It will also be appreciated that the invention could be applied to an uncooled blade which is solid except for a hollow especially formed at the tip to accommodate the damper in accordance with the invention.

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Referenced by
Citing PatentFiling datePublication dateApplicantTitle
US4776763 *Dec 2, 1987Oct 11, 1988Sundstrand CorporationMechanical damping of turbine wheel blades
US5203873 *Aug 29, 1991Apr 20, 1993General Electric CompanyTurbine blade impingement baffle
US5284011 *Dec 14, 1992Feb 8, 1994General Electric CompanyDamped turbine engine frame
US5393198 *Sep 14, 1993Feb 28, 1995Hitachi, Ltd.Gas turbine and gas turbine blade
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US5674050 *Dec 5, 1988Oct 7, 1997United Technologies Corp.Turbine blade
US5820343 *Jul 31, 1995Oct 13, 1998United Technologies CorporationAirfoil vibration damping device
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US8915718Apr 24, 2012Dec 23, 2014United Technologies CorporationAirfoil including damper member
US20130276455 *Apr 24, 2012Oct 24, 2013Benjamin T. FiskAirfoil with break-way, free-floating damper member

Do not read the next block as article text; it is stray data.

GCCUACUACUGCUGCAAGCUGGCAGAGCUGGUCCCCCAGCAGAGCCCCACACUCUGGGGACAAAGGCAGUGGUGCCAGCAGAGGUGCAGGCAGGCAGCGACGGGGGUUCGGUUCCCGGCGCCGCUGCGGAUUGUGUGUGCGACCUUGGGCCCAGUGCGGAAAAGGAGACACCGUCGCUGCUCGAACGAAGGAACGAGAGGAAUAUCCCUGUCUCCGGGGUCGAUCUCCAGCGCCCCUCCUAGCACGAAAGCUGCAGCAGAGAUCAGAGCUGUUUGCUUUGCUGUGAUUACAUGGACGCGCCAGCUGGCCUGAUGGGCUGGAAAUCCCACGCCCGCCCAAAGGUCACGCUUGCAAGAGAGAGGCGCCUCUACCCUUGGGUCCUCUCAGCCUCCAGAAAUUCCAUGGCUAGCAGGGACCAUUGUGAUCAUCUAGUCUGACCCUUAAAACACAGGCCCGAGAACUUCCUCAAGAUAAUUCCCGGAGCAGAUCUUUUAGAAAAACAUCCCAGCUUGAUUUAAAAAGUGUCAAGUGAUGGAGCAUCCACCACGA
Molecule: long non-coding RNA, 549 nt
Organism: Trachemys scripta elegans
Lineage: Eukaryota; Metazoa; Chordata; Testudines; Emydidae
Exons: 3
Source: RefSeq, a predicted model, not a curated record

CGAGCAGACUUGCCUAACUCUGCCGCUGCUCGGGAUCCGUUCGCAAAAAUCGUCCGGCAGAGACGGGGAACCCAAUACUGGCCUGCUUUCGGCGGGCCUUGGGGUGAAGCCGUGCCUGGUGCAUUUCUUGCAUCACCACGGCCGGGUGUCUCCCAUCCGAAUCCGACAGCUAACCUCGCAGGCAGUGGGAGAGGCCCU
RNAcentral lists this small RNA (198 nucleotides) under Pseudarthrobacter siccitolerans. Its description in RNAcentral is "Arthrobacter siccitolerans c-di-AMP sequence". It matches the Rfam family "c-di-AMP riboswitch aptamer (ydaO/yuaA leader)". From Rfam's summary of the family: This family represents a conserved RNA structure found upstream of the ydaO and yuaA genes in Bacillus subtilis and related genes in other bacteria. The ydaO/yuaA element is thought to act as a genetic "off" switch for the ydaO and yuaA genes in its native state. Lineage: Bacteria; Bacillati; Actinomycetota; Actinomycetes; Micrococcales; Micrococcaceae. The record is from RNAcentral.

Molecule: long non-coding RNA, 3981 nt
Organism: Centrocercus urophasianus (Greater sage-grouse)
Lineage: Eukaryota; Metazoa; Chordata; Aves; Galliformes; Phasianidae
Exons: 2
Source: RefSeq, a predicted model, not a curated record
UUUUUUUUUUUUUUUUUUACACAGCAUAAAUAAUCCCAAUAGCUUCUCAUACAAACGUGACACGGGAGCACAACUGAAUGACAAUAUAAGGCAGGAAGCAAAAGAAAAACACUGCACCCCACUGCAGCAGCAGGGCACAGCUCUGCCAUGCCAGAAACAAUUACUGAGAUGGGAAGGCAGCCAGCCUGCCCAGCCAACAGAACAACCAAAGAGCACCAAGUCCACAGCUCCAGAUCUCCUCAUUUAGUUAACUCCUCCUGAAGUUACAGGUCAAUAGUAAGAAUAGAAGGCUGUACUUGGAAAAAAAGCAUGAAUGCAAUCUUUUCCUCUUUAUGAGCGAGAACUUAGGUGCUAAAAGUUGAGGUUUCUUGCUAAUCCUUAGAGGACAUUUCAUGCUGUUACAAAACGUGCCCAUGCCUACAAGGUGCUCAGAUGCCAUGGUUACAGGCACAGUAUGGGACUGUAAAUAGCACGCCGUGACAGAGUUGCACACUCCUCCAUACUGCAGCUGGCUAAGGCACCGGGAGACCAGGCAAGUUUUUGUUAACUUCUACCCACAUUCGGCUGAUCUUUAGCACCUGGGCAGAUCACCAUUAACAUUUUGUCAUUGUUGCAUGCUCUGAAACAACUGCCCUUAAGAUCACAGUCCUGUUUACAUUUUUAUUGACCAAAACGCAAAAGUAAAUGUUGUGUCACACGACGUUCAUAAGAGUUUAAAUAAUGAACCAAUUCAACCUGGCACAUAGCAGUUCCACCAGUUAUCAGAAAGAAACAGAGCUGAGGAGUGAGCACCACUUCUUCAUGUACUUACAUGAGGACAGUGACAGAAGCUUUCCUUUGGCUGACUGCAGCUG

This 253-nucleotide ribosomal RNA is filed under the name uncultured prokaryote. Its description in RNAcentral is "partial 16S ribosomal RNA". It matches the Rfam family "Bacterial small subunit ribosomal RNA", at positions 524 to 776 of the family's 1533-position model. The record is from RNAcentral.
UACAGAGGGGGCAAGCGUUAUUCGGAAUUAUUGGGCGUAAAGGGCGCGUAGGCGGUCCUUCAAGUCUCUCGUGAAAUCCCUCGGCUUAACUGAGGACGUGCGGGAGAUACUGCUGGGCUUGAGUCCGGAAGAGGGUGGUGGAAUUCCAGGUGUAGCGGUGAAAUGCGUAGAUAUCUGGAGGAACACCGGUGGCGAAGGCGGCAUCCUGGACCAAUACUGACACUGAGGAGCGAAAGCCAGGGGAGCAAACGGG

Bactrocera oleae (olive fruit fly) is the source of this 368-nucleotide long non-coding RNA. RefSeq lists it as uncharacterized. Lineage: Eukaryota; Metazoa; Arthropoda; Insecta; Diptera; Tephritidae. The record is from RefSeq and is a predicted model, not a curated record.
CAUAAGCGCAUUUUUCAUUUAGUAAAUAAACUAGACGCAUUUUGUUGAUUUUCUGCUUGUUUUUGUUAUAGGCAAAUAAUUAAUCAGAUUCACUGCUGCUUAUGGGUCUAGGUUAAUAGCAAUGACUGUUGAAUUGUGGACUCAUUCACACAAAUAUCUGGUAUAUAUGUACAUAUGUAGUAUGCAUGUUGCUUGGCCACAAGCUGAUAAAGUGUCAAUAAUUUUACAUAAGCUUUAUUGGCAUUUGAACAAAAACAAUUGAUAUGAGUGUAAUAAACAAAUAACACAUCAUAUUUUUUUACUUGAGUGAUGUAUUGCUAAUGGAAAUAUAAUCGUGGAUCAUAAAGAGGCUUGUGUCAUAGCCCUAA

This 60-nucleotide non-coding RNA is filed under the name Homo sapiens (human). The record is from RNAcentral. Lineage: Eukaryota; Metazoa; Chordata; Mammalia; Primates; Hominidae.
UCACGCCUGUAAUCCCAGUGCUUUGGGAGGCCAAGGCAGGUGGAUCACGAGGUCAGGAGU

EP2841709A4 *Apr 10, 2013Apr 29, 2015United Technologies CorpAirfoil with break-way, free-floating damper member
WO2013162887A1 *Apr 10, 2013Oct 31, 2013United Technologies CorporationAirfoil with break-way, free-floating damper member
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Classifications
U.S. Classification416/96.00A, 415/115, 416/500, 416/97.00R, 416/145
International ClassificationF01D5/18, F01D5/16
Cooperative ClassificationF05D2260/201, Y10S416/50, F01D5/16, F01D5/187
European ClassificationF01D5/16, F01D5/18G
Legal Events
DateCodeEventDescription
Apr 18, 1988FPAYFee payment
Year of fee payment: 4
Jul 2, 1992REMIMaintenance fee reminder mailed
Nov 29, 1992LAPSLapse for failure to pay maintenance fees
Feb 9, 1993FPExpired due to failure to pay maintenance fee
Effective date: 19921129